With key partner DMK threatening to snap ties with the government, India is veering towards voting in favour of a US-backed resolution against Sri Lanka at the United Nations Human Rights Council meeting in Geneva next week.
The resolution seeks to put Sri Lanka in the dock over alleged war crimes and human rights violations against Tamil civilians during the last phase of the war against the Liberation Tigers of Tamil Eelam (LTTE) in 2009. The government is trying to ensure the resolution pacifies their ally without compromising on India’s stance on the issue of human rights.
Traditionally, New Delhi does not favour the international community taking “intrusive” positions on issues of human rights, such as international monitoring and probes. But the government has to keep the demands of the DMK, which has 18 Lok Sabha members, in mind.
On Sunday, DMK supremo M Karunanidhi reiterated his threat to pull out of the UPA government at the Centre if it failed to act against Sri Lanka at the UN forum.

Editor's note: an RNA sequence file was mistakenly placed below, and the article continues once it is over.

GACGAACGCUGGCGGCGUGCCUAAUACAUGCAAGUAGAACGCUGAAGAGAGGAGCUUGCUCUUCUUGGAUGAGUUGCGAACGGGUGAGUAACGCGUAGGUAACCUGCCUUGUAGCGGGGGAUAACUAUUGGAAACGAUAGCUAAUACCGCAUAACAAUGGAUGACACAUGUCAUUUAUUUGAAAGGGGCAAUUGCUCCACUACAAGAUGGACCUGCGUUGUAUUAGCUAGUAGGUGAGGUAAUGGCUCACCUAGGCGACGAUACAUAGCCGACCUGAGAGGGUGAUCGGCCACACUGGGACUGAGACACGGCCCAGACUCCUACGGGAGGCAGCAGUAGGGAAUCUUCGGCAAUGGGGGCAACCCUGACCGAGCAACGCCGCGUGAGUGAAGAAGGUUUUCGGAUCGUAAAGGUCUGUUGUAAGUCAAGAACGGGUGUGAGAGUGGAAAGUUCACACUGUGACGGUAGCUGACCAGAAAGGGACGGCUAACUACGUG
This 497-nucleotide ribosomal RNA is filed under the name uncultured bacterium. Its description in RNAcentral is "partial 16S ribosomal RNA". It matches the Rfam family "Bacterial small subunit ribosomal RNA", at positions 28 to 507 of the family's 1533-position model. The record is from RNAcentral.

To prove the seriousness of the party’s intent, DMK ministers at the Centre may skip office from Monday, sources said.
Lamenting the “silence” of the government, Karunanidhi sent a written letter to Prime Minister Manmohan Singh. In it, he demanded that India suggest amendments to the resolution, including an international probe and time-bound action against those found guilty. The government has time till March 18 to move the amendments, Karunanidhi said.
“If India doesn't bring these amendments, I doubt if the alliance will continue,” he said. External affairs minister Salman Khurshid, meanwhile, said the Centre will consult the DMK before taking a final decision. “DMK is our ally. We will take their opinion into consideration before taking the final decision,” he said.
India’s intent towards backing the resolution is reflected in a statement issued on March 15 in Geneva, in which New Delhi seems to be laying the groundwork for voting against Sri Lanka.
Sources said that India, in the report, pointed out that areas such as promoting trilingual policy, reduction of high security zones, return of private land by the military and phasing out of security forces in civilian activities in the Northern Province are not being done in an effective and timely manner in the island nation.